AIF mediates a caspase-independent programmed cell death pathway in which AIF is released from the mitochondrial intermembrane space following calpain activation2932 or overactivation of PARP1,3336 before being translocated to the nucleus where it induces apoptosis-like cell death.29,30 Since depletion of RIP3 greatly decreased caspase-independent apoptosis-like cell death in photoreceptors (Fig. 2, B4), we hypothesized that AIF might induce photoreceptor cell death during MCMV retinitis. To determine if AIF was translocated to the nucleus of photoreceptors during MCMV retinitis, sections of MCMV-injected eyes and mock-injected control eyes were stained by TUNEL assay and for AIF. As shown in Figure 3C, AIF was not colocalized with nuclear DAPI staining in mock-injected control eyes, whereas in MCMV-infected eyes, AIF was colocalized with DAPI in the majority of TUNEL-positive apoptotic cells in the outer nuclear layer (Fig. 3D). 
To determine if PARP1 activation was affected by RIP3 depletion, Western blots were performed to measure expression of PARP1. As shown in Figures 4A and 4B, less cleaved PARP1 was observed in MCMV-injected Rip3−/− eyes compared to MCMV-injected Rip3+/+ eyes. In particular, at day 4 p.i., cleaved PARP1 was almost undetectable in MCMV-injected Rip3−/− eyes. To determine if calpain activation was also affected by Rip3−/− depletion, Western blots were performed to measure expression of calpain S1, a small 28-kDa regulatory subunit common to both calpain 1 and calpain 2,37 and calpain degradation products (150 kDa) of α-fodrin. The results showed that less calpain S1 and cleaved α-fodrin were observed in MCMV-injected Rip3−/− eyes compared to MCMV-injected Rip3+/+ eyes (Figs. 4C–E).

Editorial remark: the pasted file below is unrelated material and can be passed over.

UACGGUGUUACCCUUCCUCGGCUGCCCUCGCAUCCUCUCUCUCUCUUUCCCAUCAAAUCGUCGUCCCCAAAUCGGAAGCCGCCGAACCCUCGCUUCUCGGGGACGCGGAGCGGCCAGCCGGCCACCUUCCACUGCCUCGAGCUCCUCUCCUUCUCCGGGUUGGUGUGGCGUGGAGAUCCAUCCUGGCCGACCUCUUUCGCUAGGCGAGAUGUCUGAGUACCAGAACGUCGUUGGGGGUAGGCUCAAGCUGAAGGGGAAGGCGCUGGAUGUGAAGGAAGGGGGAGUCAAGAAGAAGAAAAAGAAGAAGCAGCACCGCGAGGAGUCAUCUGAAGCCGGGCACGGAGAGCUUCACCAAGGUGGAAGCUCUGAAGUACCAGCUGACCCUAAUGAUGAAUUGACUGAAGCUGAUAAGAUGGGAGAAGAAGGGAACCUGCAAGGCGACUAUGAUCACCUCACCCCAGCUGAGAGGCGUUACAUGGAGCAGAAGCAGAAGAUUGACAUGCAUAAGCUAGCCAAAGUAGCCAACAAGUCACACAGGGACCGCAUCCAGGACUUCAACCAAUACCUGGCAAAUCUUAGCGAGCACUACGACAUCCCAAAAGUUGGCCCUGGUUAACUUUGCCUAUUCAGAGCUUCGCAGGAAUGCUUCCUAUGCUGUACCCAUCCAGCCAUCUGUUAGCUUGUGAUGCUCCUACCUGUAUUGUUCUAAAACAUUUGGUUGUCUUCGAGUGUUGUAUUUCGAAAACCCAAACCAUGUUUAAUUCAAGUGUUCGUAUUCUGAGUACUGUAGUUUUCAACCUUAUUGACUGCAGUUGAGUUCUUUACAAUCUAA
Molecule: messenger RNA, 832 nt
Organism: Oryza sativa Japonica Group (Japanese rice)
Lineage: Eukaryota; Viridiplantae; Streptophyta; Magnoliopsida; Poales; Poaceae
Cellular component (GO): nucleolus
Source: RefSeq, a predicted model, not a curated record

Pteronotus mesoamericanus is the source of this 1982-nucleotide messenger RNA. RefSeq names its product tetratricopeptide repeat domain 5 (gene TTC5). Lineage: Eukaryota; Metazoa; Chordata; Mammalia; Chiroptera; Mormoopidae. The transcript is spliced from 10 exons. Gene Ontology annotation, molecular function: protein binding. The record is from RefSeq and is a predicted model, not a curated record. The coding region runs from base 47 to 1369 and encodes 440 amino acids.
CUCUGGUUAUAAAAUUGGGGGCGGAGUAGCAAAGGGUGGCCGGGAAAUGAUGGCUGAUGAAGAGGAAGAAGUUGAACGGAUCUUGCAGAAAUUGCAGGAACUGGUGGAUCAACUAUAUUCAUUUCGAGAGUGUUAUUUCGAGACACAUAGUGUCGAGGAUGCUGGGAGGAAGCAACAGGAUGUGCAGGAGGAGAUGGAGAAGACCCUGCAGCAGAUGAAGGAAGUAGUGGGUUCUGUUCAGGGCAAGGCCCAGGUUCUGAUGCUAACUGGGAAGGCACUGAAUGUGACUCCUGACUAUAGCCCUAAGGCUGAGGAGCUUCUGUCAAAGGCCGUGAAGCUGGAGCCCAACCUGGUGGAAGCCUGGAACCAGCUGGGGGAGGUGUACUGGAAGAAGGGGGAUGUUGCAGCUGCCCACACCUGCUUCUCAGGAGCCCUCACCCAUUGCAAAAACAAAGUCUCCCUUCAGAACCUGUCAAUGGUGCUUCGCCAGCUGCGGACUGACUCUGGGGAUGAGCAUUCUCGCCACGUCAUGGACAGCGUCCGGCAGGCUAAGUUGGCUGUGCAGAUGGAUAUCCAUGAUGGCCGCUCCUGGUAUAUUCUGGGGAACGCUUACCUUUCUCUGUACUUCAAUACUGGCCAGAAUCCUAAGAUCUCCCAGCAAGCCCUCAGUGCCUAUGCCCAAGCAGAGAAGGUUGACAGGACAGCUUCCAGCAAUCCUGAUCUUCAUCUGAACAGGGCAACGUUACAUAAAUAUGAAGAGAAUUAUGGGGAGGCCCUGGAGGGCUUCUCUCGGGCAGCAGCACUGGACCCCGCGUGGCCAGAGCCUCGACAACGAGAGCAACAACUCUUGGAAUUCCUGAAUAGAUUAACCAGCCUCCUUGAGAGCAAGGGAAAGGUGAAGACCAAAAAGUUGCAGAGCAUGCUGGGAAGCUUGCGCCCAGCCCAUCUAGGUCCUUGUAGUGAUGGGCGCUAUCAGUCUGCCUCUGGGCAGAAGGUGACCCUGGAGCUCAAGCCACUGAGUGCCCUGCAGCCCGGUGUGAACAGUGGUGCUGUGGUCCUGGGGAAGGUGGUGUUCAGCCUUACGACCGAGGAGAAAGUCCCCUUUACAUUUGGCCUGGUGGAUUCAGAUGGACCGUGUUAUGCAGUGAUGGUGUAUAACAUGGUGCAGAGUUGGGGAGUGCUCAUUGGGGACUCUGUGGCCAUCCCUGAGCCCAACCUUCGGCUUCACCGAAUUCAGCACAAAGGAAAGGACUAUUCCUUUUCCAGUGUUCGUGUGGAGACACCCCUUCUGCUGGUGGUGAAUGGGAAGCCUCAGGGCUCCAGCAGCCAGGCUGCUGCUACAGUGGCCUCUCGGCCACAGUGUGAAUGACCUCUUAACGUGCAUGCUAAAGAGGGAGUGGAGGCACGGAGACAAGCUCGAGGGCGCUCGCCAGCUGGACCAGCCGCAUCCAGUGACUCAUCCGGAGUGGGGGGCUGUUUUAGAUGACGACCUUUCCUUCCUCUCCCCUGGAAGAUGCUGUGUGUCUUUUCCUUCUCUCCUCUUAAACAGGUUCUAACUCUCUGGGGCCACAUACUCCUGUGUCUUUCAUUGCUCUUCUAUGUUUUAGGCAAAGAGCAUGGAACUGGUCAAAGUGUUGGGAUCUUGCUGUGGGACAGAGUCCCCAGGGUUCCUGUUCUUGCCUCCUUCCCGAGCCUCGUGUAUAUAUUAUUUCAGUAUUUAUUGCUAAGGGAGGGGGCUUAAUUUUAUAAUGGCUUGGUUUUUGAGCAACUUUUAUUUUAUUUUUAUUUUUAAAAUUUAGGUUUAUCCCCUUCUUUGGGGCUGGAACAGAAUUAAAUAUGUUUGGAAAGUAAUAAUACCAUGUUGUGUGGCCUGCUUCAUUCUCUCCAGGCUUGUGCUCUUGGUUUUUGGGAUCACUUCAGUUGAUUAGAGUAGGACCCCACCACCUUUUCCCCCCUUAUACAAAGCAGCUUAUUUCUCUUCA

Figure 4
 
Western blot stained with antibodies against cleaved PARP1 (A), calpain S1 (C), and cleaved α-fodrin (C) in the injected eyes of mock-injected (CT) and MCMV-injected IS Rip3+/+ or Rip3−/− mice at days 4, 7, and 10 p.i. Ratio of cleaved PARP1 to β-actin (B), calpain S1 to β-actin (D), and cleaved α-fodrin to β-actin (E). Data are shown as mean ± SEM (n = 4) and compared by ANOVA. **P < 0.01, *P < 0.05.
Figure 4
 
Western blot stained with antibodies against cleaved PARP1 (A), calpain S1 (C), and cleaved α-fodrin (C) in the injected eyes of mock-injected (CT) and MCMV-injected IS Rip3+/+ or Rip3−/− mice at days 4, 7, and 10 p.i. Ratio of cleaved PARP1 to β-actin (B), calpain S1 to β-actin (D), and cleaved α-fodrin to β-actin (E). Data are shown as mean ± SEM (n = 4) and compared by ANOVA. **P < 0.01, *P < 0.05.
Caspase 3–Dependent Apoptosis
To determine if caspase 3–dependent apoptosis was also affected by RIP3 depletion, expression of cleaved caspase 3 was measured in infected eyes of Rip3−/− and Rip3+/+ mice by Western blot. Cleaved caspase 3 was not present in mock-injected eyes of IS Rip3−/− and Rip3+/+ mice, whereas in MCMV-injected eyes of both Rip3−/− and Rip3+/+ mice, we observed the presence of cleaved caspase 3 (Fig. 5A). Quantification of band intensity indicated significantly lower amounts of cleaved caspase 3 in injected eyes of Rip3−/− mice than in injected eyes of Rip3+/+ mice (Fig. 5B). 
Figure 5
 
Western blot stained with antibodies against cleaved caspase 3 (A), cleaved caspase 1 (C), and NF-κB (E) in the injected eyes of mock-injected and MCMV-injected IS Rip3+/+ or Rip3−/− mice at days 4, 7, and 10 p.i. Ratio of cleaved caspase 3 to β-actin (B), cleaved caspase 1 to β-actin (D), and NF-κB to β-actin (F). Data are shown as mean ± SEM (n = 4) and compared by ANOVA. **P < 0.01, *P < 0.05.
Figure 5
 
Western blot stained with antibodies against cleaved caspase 3 (A), cleaved caspase 1 (C), and NF-κB (E) in the injected eyes of mock-injected and MCMV-injected IS Rip3+/+ or Rip3−/− mice at days 4, 7, and 10 p.i. Ratio of cleaved caspase 3 to β-actin (B), cleaved caspase 1 to β-actin (D), and NF-κB to β-actin (F). Data are shown as mean ± SEM (n = 4) and compared by ANOVA. **P < 0.01, *P < 0.05.
RIP3-Mediated Activation of Inflammasomes and NF-κB